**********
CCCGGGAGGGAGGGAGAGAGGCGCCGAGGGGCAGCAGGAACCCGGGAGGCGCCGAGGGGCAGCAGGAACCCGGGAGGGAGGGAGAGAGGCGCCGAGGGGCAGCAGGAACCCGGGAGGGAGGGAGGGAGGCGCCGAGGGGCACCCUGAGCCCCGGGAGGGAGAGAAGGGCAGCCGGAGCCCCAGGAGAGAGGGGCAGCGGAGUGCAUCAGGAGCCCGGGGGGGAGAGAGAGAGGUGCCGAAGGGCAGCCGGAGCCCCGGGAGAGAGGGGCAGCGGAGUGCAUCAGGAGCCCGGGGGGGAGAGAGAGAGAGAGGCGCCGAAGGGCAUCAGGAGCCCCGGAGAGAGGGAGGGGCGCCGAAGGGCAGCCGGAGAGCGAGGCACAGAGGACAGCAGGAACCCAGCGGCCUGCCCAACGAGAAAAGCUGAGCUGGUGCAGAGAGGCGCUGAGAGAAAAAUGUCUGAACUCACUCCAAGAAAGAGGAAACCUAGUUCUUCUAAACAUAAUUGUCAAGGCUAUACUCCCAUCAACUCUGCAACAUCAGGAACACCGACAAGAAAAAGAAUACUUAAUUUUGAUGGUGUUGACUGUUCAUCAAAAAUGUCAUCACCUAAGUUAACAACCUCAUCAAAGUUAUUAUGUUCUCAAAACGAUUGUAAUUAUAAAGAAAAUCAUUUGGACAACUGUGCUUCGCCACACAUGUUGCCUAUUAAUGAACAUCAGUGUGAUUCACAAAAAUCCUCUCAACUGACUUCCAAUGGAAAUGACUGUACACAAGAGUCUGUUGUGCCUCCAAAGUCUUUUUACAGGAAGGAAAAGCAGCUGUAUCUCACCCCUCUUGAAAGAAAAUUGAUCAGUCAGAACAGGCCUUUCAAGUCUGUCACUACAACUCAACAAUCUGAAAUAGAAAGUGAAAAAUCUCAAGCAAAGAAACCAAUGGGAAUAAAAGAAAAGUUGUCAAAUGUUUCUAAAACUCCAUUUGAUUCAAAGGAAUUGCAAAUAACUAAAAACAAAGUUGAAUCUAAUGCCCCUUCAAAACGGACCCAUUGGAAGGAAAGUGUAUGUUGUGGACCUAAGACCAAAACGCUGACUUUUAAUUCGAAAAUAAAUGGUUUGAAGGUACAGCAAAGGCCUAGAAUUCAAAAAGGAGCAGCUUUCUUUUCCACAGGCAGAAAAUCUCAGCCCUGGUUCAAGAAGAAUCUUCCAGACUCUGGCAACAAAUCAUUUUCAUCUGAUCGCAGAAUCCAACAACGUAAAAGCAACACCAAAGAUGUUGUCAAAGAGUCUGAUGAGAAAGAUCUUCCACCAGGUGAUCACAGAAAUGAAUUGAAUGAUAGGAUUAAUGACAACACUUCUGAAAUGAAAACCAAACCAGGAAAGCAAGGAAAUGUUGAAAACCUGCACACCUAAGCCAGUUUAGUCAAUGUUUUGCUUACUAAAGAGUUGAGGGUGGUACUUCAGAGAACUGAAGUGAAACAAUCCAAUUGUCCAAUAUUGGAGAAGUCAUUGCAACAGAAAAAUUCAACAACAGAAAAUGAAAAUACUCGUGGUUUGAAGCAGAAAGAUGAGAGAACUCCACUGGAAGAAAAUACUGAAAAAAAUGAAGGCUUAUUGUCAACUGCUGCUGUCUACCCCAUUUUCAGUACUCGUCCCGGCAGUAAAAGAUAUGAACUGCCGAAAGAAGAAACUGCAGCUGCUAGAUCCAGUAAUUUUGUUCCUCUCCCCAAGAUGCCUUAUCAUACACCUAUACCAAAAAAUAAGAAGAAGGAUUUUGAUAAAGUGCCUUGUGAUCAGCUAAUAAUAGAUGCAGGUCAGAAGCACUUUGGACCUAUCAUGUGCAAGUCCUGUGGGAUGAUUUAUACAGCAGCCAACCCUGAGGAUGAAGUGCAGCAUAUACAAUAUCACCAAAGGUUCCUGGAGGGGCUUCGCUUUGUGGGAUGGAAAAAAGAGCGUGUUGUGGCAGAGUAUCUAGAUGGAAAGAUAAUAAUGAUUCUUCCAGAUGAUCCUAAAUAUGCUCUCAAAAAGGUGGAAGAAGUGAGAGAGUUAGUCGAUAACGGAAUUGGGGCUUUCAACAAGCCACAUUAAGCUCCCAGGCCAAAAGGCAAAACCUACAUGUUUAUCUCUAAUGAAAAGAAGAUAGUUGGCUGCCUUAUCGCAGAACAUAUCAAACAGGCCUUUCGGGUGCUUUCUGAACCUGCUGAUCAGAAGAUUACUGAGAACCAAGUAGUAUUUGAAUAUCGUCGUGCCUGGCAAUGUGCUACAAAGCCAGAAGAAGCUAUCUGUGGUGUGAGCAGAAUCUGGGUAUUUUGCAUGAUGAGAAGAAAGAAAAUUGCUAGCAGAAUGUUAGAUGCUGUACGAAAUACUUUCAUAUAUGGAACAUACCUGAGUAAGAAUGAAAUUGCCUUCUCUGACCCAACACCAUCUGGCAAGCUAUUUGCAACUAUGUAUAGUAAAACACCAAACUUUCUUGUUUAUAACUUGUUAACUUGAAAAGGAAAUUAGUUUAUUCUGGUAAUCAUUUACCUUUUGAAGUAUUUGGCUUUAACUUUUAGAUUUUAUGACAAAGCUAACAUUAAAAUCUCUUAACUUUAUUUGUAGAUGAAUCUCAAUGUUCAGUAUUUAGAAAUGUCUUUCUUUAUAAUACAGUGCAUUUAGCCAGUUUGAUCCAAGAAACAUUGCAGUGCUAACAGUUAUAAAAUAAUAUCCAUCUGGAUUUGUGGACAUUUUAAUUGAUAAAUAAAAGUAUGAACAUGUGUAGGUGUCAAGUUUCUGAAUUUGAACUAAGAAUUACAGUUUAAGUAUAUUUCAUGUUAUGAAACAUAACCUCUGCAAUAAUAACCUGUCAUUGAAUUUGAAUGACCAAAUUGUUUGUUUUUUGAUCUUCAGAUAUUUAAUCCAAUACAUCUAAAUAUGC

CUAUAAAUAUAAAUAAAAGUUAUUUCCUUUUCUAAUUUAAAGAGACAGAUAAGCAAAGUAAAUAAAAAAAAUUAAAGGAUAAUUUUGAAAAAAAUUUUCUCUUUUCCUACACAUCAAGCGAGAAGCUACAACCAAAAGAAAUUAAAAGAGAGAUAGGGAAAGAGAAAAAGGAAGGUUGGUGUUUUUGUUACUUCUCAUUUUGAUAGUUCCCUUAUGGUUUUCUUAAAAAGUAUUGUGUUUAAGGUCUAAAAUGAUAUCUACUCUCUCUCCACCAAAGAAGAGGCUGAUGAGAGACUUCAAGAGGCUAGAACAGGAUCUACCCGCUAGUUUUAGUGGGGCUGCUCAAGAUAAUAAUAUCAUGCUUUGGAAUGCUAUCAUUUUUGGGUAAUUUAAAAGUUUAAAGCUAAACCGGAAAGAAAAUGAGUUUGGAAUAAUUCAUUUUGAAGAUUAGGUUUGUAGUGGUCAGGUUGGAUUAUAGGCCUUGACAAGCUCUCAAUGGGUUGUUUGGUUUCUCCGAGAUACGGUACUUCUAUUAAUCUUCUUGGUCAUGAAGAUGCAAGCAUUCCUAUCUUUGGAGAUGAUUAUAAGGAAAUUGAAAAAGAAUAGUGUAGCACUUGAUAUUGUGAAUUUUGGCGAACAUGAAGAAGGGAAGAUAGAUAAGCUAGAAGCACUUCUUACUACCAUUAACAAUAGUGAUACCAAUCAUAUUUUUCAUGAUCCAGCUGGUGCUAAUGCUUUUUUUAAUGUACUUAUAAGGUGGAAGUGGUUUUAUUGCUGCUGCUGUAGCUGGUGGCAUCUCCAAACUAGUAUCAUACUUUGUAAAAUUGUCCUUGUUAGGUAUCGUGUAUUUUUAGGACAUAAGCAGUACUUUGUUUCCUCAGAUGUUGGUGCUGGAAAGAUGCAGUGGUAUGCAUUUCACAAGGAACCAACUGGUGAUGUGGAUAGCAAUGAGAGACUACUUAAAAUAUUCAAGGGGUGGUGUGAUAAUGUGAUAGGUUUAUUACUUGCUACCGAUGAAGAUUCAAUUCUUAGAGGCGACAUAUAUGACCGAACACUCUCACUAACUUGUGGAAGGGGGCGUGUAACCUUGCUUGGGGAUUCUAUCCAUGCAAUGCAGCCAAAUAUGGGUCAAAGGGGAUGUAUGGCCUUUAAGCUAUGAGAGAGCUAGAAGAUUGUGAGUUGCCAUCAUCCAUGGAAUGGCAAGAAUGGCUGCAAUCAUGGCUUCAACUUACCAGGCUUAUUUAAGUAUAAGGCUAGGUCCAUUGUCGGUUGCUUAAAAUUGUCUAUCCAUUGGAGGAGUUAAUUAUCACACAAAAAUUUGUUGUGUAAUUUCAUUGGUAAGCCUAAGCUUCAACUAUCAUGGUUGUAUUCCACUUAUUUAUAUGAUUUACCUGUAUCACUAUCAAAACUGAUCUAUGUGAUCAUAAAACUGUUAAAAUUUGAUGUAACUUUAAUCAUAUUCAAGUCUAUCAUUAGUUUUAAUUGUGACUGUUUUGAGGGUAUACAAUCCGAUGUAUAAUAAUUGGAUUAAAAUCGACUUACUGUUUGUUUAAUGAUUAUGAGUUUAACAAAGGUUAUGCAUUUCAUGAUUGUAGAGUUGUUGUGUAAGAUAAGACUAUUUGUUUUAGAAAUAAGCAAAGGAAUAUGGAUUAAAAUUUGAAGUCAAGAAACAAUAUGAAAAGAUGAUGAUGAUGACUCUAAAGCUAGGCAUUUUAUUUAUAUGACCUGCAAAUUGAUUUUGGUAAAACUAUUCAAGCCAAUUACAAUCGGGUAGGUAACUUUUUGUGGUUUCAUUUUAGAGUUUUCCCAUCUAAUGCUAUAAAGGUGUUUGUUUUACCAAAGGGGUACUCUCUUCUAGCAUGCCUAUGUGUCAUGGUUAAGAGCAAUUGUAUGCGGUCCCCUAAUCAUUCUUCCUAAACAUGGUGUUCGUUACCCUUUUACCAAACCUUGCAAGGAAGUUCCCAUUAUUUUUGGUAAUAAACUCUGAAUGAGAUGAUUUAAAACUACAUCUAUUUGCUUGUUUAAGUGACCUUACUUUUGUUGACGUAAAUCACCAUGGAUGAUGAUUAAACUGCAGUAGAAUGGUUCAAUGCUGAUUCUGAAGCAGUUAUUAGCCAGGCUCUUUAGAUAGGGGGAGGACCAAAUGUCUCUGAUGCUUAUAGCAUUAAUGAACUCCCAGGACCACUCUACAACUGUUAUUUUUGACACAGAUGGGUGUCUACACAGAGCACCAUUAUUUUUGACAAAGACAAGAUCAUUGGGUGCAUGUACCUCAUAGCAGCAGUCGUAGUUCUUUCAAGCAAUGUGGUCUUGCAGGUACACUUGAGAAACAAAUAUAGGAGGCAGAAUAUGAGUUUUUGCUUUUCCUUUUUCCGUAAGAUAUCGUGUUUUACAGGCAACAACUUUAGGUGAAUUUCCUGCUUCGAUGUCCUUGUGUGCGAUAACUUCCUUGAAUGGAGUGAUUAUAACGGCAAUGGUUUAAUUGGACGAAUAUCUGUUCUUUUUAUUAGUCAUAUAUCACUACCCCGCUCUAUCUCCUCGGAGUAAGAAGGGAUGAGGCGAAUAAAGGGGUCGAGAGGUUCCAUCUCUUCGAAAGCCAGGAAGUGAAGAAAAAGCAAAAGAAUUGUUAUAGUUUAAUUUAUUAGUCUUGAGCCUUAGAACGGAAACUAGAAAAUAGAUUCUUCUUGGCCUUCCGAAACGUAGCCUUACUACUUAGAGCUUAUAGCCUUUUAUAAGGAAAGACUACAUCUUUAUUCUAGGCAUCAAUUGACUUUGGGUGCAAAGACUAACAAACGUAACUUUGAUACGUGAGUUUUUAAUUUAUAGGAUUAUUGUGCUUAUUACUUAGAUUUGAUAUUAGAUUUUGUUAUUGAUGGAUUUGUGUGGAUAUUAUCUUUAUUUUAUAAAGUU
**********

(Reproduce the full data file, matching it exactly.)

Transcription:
CCCGGGAGGGAGGGAGAGAGGCGCCGAGGGGCAGCAGGAACCCGGGAGGCGCCGAGGGGCAGCAGGAACCCGGGAGGGAGGGAGAGAGGCGCCGAGGGGCAGCAGGAACCCGGGAGGGAGGGAGGGAGGCGCCGAGGGGCACCCUGAGCCCCGGGAGGGAGAGAAGGGCAGCCGGAGCCCCAGGAGAGAGGGGCAGCGGAGUGCAUCAGGAGCCCGGGGGGGAGAGAGAGAGGUGCCGAAGGGCAGCCGGAGCCCCGGGAGAGAGGGGCAGCGGAGUGCAUCAGGAGCCCGGGGGGGAGAGAGAGAGAGAGGCGCCGAAGGGCAUCAGGAGCCCCGGAGAGAGGGAGGGGCGCCGAAGGGCAGCCGGAGAGCGAGGCACAGAGGACAGCAGGAACCCAGCGGCCUGCCCAACGAGAAAAGCUGAGCUGGUGCAGAGAGGCGCUGAGAGAAAAAUGUCUGAACUCACUCCAAGAAAGAGGAAACCUAGUUCUUCUAAACAUAAUUGUCAAGGCUAUACUCCCAUCAACUCUGCAACAUCAGGAACACCGACAAGAAAAAGAAUACUUAAUUUUGAUGGUGUUGACUGUUCAUCAAAAAUGUCAUCACCUAAGUUAACAACCUCAUCAAAGUUAUUAUGUUCUCAAAACGAUUGUAAUUAUAAAGAAAAUCAUUUGGACAACUGUGCUUCGCCACACAUGUUGCCUAUUAAUGAACAUCAGUGUGAUUCACAAAAAUCCUCUCAACUGACUUCCAAUGGAAAUGACUGUACACAAGAGUCUGUUGUGCCUCCAAAGUCUUUUUACAGGAAGGAAAAGCAGCUGUAUCUCACCCCUCUUGAAAGAAAAUUGAUCAGUCAGAACAGGCCUUUCAAGUCUGUCACUACAACUCAACAAUCUGAAAUAGAAAGUGAAAAAUCUCAAGCAAAGAAACCAAUGGGAAUAAAAGAAAAGUUGUCAAAUGUUUCUAAAACUCCAUUUGAUUCAAAGGAAUUGCAAAUAACUAAAAACAAAGUUGAAUCUAAUGCCCCUUCAAAACGGACCCAUUGGAAGGAAAGUGUAUGUUGUGGACCUAAGACCAAAACGCUGACUUUUAAUUCGAAAAUAAAUGGUUUGAAGGUACAGCAAAGGCCUAGAAUUCAAAAAGGAGCAGCUUUCUUUUCCACAGGCAGAAAAUCUCAGCCCUGGUUCAAGAAGAAUCUUCCAGACUCUGGCAACAAAUCAUUUUCAUCUGAUCGCAGAAUCCAACAACGUAAAAGCAACACCAAAGAUGUUGUCAAAGAGUCUGAUGAGAAAGAUCUUCCACCAGGUGAUCACAGAAAUGAAUUGAAUGAUAGGAUUAAUGACAACACUUCUGAAAUGAAAACCAAACCAGGAAAGCAAGGAAAUGUUGAAAACCUGCACACCUAAGCCAGUUUAGUCAAUGUUUUGCUUACUAAAGAGUUGAGGGUGGUACUUCAGAGAACUGAAGUGAAACAAUCCAAUUGUCCAAUAUUGGAGAAGUCAUUGCAACAGAAAAAUUCAACAACAGAAAAUGAAAAUACUCGUGGUUUGAAGCAGAAAGAUGAGAGAACUCCACUGGAAGAAAAUACUGAAAAAAAUGAAGGCUUAUUGUCAACUGCUGCUGUCUACCCCAUUUUCAGUACUCGUCCCGGCAGUAAAAGAUAUGAACUGCCGAAAGAAGAAACUGCAGCUGCUAGAUCCAGUAAUUUUGUUCCUCUCCCCAAGAUGCCUUAUCAUACACCUAUACCAAAAAAUAAGAAGAAGGAUUUUGAUAAAGUGCCUUGUGAUCAGCUAAUAAUAGAUGCAGGUCAGAAGCACUUUGGACCUAUCAUGUGCAAGUCCUGUGGGAUGAUUUAUACAGCAGCCAACCCUGAGGAUGAAGUGCAGCAUAUACAAUAUCACCAAAGGUUCCUGGAGGGGCUUCGCUUUGUGGGAUGGAAAAAAGAGCGUGUUGUGGCAGAGUAUCUAGAUGGAAAGAUAAUAAUGAUUCUUCCAGAUGAUCCUAAAUAUGCUCUCAAAAAGGUGGAAGAAGUGAGAGAGUUAGUCGAUAACGGAAUUGGGGCUUUCAACAAGCCACAUUAAGCUCCCAGGCCAAAAGGCAAAACCUACAUGUUUAUCUCUAAUGAAAAGAAGAUAGUUGGCUGCCUUAUCGCAGAACAUAUCAAACAGGCCUUUCGGGUGCUUUCUGAACCUGCUGAUCAGAAGAUUACUGAGAACCAAGUAGUAUUUGAAUAUCGUCGUGCCUGGCAAUGUGCUACAAAGCCAGAAGAAGCUAUCUGUGGUGUGAGCAGAAUCUGGGUAUUUUGCAUGAUGAGAAGAAAGAAAAUUGCUAGCAGAAUGUUAGAUGCUGUACGAAAUACUUUCAUAUAUGGAACAUACCUGAGUAAGAAUGAAAUUGCCUUCUCUGACCCAACACCAUCUGGCAAGCUAUUUGCAACUAUGUAUAGUAAAACACCAAACUUUCUUGUUUAUAACUUGUUAACUUGAAAAGGAAAUUAGUUUAUUCUGGUAAUCAUUUACCUUUUGAAGUAUUUGGCUUUAACUUUUAGAUUUUAUGACAAAGCUAACAUUAAAAUCUCUUAACUUUAUUUGUAGAUGAAUCUCAAUGUUCAGUAUUUAGAAAUGUCUUUCUUUAUAAUACAGUGCAUUUAGCCAGUUUGAUCCAAGAAACAUUGCAGUGCUAACAGUUAUAAAAUAAUAUCCAUCUGGAUUUGUGGACAUUUUAAUUGAUAAAUAAAAGUAUGAACAUGUGUAGGUGUCAAGUUUCUGAAUUUGAACUAAGAAUUACAGUUUAAGUAUAUUUCAUGUUAUGAAACAUAACCUCUGCAAUAAUAACCUGUCAUUGAAUUUGAAUGACCAAAUUGUUUGUUUUUUGAUCUUCAGAUAUUUAAUCCAAUACAUCUAAAUAUGC

CUAUAAAUAUAAAUAAAAGUUAUUUCCUUUUCUAAUUUAAAGAGACAGAUAAGCAAAGUAAAUAAAAAAAAUUAAAGGAUAAUUUUGAAAAAAAUUUUCUCUUUUCCUACACAUCAAGCGAGAAGCUACAACCAAAAGAAAUUAAAAGAGAGAUAGGGAAAGAGAAAAAGGAAGGUUGGUGUUUUUGUUACUUCUCAUUUUGAUAGUUCCCUUAUGGUUUUCUUAAAAAGUAUUGUGUUUAAGGUCUAAAAUGAUAUCUACUCUCUCUCCACCAAAGAAGAGGCUGAUGAGAGACUUCAAGAGGCUAGAACAGGAUCUACCCGCUAGUUUUAGUGGGGCUGCUCAAGAUAAUAAUAUCAUGCUUUGGAAUGCUAUCAUUUUUGGGUAAUUUAAAAGUUUAAAGCUAAACCGGAAAGAAAAUGAGUUUGGAAUAAUUCAUUUUGAAGAUUAGGUUUGUAGUGGUCAGGUUGGAUUAUAGGCCUUGACAAGCUCUCAAUGGGUUGUUUGGUUUCUCCGAGAUACGGUACUUCUAUUAAUCUUCUUGGUCAUGAAGAUGCAAGCAUUCCUAUCUUUGGAGAUGAUUAUAAGGAAAUUGAAAAAGAAUAGUGUAGCACUUGAUAUUGUGAAUUUUGGCGAACAUGAAGAAGGGAAGAUAGAUAAGCUAGAAGCACUUCUUACUACCAUUAACAAUAGUGAUACCAAUCAUAUUUUUCAUGAUCCAGCUGGUGCUAAUGCUUUUUUUAAUGUACUUAUAAGGUGGAAGUGGUUUUAUUGCUGCUGCUGUAGCUGGUGGCAUCUCCAAACUAGUAUCAUACUUUGUAAAAUUGUCCUUGUUAGGUAUCGUGUAUUUUUAGGACAUAAGCAGUACUUUGUUUCCUCAGAUGUUGGUGCUGGAAAGAUGCAGUGGUAUGCAUUUCACAAGGAACCAACUGGUGAUGUGGAUAGCAAUGAGAGACUACUUAAAAUAUUCAAGGGGUGGUGUGAUAAUGUGAUAGGUUUAUUACUUGCUACCGAUGAAGAUUCAAUUCUUAGAGGCGACAUAUAUGACCGAACACUCUCACUAACUUGUGGAAGGGGGCGUGUAACCUUGCUUGGGGAUUCUAUCCAUGCAAUGCAGCCAAAUAUGGGUCAAAGGGGAUGUAUGGCCUUUAAGCUAUGAGAGAGCUAGAAGAUUGUGAGUUGCCAUCAUCCAUGGAAUGGCAAGAAUGGCUGCAAUCAUGGCUUCAACUUACCAGGCUUAUUUAAGUAUAAGGCUAGGUCCAUUGUCGGUUGCUUAAAAUUGUCUAUCCAUUGGAGGAGUUAAUUAUCACACAAAAAUUUGUUGUGUAAUUUCAUUGGUAAGCCUAAGCUUCAACUAUCAUGGUUGUAUUCCACUUAUUUAUAUGAUUUACCUGUAUCACUAUCAAAACUGAUCUAUGUGAUCAUAAAACUGUUAAAAUUUGAUGUAACUUUAAUCAUAUUCAAGUCUAUCAUUAGUUUUAAUUGUGACUGUUUUGAGGGUAUACAAUCCGAUGUAUAAUAAUUGGAUUAAAAUCGACUUACUGUUUGUUUAAUGAUUAUGAGUUUAACAAAGGUUAUGCAUUUCAUGAUUGUAGAGUUGUUGUGUAAGAUAAGACUAUUUGUUUUAGAAAUAAGCAAAGGAAUAUGGAUUAAAAUUUGAAGUCAAGAAACAAUAUGAAAAGAUGAUGAUGAUGACUCUAAAGCUAGGCAUUUUAUUUAUAUGACCUGCAAAUUGAUUUUGGUAAAACUAUUCAAGCCAAUUACAAUCGGGUAGGUAACUUUUUGUGGUUUCAUUUUAGAGUUUUCCCAUCUAAUGCUAUAAAGGUGUUUGUUUUACCAAAGGGGUACUCUCUUCUAGCAUGCCUAUGUGUCAUGGUUAAGAGCAAUUGUAUGCGGUCCCCUAAUCAUUCUUCCUAAACAUGGUGUUCGUUACCCUUUUACCAAACCUUGCAAGGAAGUUCCCAUUAUUUUUGGUAAUAAACUCUGAAUGAGAUGAUUUAAAACUACAUCUAUUUGCUUGUUUAAGUGACCUUACUUUUGUUGACGUAAAUCACCAUGGAUGAUGAUUAAACUGCAGUAGAAUGGUUCAAUGCUGAUUCUGAAGCAGUUAUUAGCCAGGCUCUUUAGAUAGGGGGAGGACCAAAUGUCUCUGAUGCUUAUAGCAUUAAUGAACUCCCAGGACCACUCUACAACUGUUAUUUUUGACACAGAUGGGUGUCUACACAGAGCACCAUUAUUUUUGACAAAGACAAGAUCAUUGGGUGCAUGUACCUCAUAGCAGCAGUCGUAGUUCUUUCAAGCAAUGUGGUCUUGCAGGUACACUUGAGAAACAAAUAUAGGAGGCAGAAUAUGAGUUUUUGCUUUUCCUUUUUCCGUAAGAUAUCGUGUUUUACAGGCAACAACUUUAGGUGAAUUUCCUGCUUCGAUGUCCUUGUGUGCGAUAACUUCCUUGAAUGGAGUGAUUAUAACGGCAAUGGUUUAAUUGGACGAAUAUCUGUUCUUUUUAUUAGUCAUAUAUCACUACCCCGCUCUAUCUCCUCGGAGUAAGAAGGGAUGAGGCGAAUAAAGGGGUCGAGAGGUUCCAUCUCUUCGAAAGCCAGGAAGUGAAGAAAAAGCAAAAGAAUUGUUAUAGUUUAAUUUAUUAGUCUUGAGCCUUAGAACGGAAACUAGAAAAUAGAUUCUUCUUGGCCUUCCGAAACGUAGCCUUACUACUUAGAGCUUAUAGCCUUUUAUAAGGAAAGACUACAUCUUUAUUCUAGGCAUCAAUUGACUUUGGGUGCAAAGACUAACAAACGUAACUUUGAUACGUGAGUUUUUAAUUUAUAGGAUUAUUGUGCUUAUUACUUAGAUUUGAUAUUAGAUUUUGUUAUUGAUGGAUUUGUGUGGAUAUUAUCUUUAUUUUAUAAAGUU